If you want to implement Generative Design for Revit in your office, it's important to understand what it can and cannot do, and to communicate this information correctly to your team.
Unrealistic expectations of Generative Design could cause users to become disillusioned by it and risk losing further interest in investing in generative design applications in the future.
Myths and Misconceptions:
Although Generative Design is great at solving problems, there are certain problems that are not appropriate for the application.
Guiding a team into allocating the appropriate amount of time and effort into the most relevant problems can be just as important as solving the problem itself. Some of the common mistakes are described below:
One of the advantages of Generative Design is that it can help you clarify multi-dimensionality and complexities that go way beyond human understanding.
Although some of the examples presented in this primer are simple, the true potential of Generative Design is achieved by incorporating conflicting criteria with the right amount of complexity. To avoid wasting time - and to ensure Generative Design becomes a valuable resource - users should focus on problems that do not have obvious solutions.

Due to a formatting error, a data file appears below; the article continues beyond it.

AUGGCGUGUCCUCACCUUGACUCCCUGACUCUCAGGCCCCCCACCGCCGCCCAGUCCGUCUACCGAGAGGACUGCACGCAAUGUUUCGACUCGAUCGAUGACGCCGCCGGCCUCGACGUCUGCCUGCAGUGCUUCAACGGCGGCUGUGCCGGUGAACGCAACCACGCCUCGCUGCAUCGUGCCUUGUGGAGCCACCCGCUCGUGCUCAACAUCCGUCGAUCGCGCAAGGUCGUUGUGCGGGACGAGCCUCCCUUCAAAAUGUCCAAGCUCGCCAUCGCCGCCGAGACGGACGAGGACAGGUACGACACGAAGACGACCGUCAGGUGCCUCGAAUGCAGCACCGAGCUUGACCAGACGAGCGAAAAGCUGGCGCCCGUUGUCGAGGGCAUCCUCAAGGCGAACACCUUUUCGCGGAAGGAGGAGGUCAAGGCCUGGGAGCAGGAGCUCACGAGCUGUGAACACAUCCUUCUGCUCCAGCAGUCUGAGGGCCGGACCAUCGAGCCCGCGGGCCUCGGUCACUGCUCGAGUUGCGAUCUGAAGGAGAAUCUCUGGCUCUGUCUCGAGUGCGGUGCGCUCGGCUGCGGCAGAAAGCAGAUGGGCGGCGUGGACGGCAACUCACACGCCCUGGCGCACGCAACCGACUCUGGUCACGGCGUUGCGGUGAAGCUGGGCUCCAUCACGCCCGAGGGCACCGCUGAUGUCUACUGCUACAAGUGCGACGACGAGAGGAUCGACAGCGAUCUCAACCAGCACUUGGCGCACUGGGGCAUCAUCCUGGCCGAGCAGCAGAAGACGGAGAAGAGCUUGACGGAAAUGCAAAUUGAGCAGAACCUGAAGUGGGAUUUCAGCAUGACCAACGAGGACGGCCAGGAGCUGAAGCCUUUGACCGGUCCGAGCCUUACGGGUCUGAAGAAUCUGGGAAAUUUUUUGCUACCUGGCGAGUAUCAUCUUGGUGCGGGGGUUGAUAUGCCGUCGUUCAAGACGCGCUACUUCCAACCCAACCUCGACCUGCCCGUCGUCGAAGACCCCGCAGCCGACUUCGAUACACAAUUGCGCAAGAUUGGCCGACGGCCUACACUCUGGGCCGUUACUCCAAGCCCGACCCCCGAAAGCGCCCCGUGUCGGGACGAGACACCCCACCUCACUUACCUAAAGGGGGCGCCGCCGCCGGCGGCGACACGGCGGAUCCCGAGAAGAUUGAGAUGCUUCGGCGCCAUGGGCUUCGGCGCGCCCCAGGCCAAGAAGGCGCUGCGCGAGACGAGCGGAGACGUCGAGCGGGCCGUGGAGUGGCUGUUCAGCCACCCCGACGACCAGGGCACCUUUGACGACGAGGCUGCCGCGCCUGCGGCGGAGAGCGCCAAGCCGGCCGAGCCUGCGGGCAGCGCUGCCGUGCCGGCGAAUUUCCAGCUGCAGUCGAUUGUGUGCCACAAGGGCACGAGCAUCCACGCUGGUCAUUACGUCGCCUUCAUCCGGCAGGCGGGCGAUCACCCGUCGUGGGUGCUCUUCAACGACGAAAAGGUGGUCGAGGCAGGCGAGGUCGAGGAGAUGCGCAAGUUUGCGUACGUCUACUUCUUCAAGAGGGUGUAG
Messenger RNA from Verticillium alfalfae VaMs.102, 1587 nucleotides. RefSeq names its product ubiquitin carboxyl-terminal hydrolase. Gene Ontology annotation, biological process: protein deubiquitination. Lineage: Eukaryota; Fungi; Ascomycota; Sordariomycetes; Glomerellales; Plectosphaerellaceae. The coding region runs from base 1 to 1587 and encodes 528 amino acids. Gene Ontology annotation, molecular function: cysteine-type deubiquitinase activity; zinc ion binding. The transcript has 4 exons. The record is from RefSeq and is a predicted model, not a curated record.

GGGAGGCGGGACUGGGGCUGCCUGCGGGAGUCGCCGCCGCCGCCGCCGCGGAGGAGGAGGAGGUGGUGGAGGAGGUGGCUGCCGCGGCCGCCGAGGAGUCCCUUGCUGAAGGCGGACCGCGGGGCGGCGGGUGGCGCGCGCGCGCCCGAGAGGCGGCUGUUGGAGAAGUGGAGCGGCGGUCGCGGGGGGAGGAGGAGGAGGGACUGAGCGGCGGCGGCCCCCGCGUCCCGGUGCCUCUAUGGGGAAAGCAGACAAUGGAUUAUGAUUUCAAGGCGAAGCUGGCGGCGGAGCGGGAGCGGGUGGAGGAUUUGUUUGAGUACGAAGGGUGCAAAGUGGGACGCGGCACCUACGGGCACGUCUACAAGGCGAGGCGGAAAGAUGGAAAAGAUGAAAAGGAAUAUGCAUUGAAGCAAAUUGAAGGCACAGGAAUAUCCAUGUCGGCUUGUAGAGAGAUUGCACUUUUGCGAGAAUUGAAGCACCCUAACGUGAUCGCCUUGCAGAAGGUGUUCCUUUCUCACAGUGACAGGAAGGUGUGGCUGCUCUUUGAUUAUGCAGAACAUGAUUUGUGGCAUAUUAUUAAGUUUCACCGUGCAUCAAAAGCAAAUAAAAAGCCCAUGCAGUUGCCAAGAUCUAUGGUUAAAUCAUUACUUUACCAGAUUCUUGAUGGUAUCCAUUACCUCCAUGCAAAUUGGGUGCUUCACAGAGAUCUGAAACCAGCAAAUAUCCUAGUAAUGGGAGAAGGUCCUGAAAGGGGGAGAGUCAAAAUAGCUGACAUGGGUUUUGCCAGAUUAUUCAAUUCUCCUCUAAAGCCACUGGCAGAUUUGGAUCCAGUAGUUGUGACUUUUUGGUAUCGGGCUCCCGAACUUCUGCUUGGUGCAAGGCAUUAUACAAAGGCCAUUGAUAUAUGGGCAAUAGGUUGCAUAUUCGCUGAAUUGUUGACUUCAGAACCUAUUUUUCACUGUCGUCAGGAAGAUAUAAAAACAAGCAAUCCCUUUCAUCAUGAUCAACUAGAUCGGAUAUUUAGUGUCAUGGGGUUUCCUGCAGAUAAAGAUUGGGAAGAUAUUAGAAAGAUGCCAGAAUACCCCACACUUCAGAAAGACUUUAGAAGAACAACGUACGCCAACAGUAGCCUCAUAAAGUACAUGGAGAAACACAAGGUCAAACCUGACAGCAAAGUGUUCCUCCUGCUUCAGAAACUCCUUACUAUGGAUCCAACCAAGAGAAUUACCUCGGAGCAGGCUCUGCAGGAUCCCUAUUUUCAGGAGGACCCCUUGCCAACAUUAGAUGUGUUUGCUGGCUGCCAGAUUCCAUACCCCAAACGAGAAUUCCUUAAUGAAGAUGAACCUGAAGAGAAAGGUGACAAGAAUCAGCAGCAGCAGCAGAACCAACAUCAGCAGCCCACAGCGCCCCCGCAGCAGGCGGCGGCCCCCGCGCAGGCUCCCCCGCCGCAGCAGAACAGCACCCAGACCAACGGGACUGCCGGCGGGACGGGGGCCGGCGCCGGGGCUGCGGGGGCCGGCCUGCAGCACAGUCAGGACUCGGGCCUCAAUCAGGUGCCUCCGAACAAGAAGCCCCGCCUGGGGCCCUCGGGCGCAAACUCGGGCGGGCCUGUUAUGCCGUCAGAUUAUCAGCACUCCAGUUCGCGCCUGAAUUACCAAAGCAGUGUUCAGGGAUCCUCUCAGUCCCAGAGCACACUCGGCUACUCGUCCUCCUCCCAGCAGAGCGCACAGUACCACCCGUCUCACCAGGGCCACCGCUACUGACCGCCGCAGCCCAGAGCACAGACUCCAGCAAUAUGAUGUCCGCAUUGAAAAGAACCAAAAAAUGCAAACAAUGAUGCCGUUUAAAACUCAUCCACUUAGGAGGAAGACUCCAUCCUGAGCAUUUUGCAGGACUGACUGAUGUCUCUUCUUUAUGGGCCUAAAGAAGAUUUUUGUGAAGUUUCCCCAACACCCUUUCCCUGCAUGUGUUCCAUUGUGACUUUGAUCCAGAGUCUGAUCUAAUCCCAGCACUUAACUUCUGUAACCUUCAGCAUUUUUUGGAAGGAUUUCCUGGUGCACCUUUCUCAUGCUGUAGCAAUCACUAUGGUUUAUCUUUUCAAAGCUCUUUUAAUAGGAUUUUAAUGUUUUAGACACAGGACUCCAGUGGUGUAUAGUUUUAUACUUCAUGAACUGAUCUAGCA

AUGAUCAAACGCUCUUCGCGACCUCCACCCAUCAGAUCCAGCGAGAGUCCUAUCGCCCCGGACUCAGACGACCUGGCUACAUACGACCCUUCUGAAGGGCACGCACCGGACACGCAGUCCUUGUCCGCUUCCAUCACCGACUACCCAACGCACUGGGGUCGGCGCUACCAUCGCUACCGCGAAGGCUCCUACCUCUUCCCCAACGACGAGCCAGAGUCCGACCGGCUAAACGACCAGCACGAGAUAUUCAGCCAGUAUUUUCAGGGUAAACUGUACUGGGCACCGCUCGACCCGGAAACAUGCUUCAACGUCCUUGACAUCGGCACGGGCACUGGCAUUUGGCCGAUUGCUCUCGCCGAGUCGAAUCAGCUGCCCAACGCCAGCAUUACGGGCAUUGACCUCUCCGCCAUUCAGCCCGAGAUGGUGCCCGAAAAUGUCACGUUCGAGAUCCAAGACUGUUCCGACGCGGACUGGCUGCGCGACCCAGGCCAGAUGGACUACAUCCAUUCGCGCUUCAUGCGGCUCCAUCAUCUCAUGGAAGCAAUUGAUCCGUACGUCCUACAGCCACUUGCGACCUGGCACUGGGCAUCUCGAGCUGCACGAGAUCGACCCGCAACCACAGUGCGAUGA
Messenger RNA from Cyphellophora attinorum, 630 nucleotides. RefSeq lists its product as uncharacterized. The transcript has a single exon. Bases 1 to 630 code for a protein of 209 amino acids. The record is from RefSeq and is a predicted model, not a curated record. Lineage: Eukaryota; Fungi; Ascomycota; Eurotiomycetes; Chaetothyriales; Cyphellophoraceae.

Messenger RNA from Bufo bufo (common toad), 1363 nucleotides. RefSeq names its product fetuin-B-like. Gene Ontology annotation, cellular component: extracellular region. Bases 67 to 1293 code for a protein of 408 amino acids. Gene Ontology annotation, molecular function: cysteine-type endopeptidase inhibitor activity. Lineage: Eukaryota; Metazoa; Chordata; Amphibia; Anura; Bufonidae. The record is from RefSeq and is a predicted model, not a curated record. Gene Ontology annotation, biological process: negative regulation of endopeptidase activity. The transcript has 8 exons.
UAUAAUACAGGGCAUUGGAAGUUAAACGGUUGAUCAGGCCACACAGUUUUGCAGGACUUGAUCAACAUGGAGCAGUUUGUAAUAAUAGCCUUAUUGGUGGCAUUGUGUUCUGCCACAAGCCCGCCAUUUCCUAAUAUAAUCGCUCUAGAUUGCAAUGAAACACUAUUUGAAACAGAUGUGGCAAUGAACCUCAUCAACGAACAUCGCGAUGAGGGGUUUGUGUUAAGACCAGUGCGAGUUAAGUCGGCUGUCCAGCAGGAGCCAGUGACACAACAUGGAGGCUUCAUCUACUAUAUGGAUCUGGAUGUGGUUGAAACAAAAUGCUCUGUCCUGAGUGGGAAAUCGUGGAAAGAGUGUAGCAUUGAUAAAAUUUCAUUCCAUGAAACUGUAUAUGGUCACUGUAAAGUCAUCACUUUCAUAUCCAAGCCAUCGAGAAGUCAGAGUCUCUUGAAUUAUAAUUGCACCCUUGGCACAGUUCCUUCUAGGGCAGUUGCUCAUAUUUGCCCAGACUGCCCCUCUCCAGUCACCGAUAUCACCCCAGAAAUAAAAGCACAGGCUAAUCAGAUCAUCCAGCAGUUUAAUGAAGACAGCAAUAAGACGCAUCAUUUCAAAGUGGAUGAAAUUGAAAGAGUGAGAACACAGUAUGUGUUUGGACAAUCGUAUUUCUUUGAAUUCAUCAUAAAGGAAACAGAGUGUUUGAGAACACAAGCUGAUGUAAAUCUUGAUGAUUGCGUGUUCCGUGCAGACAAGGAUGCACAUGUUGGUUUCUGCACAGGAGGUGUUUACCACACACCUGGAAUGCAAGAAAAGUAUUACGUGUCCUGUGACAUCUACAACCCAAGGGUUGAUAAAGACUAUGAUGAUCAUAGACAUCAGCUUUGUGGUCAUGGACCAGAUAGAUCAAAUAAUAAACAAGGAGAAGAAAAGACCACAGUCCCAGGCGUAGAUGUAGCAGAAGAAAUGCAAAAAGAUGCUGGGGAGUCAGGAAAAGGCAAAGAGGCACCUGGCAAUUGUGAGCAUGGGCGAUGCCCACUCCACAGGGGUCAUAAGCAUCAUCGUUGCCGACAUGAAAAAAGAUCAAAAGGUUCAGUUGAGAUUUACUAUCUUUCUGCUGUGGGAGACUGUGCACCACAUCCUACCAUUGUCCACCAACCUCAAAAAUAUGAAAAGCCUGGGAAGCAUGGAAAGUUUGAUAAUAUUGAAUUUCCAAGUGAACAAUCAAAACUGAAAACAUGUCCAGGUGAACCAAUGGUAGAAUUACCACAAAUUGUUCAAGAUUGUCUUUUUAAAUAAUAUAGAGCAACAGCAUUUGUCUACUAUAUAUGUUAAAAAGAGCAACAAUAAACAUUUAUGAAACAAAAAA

Note: If your problem has obvious solutions then you may need more variables.
Confusing Visual Programming Problems with Generative Design Problems
Even though Generative Design works with Dynamo, it is important to differentiate between problems that need an automated process and problems that need exploration.
As a rule of thumb, if you intend to solve a problem that deals with automation, use Dynamo; if you intend to explore multiple solutions, use Generative Design.
Incorrectly Defined Problems
A generative design problem always needs a set of variables or inputs. These inputs are manipulated by the user and their variation should result in a design space to explore.
If these variables are too limited, Generative Design won't be able to offer a variety of results to the problem.
No Clear Relationship Between Variables and Intention
Unfortunately, Generative Design cannot create design parameters for you. It would be similar to asking Google for the meaning of life.
If you don’t have clear goals to evaluate or clear ways of defining which designs are acceptable, then Generative Design can’t help you. There should also be a clear understanding on how the intention relates to your inputs.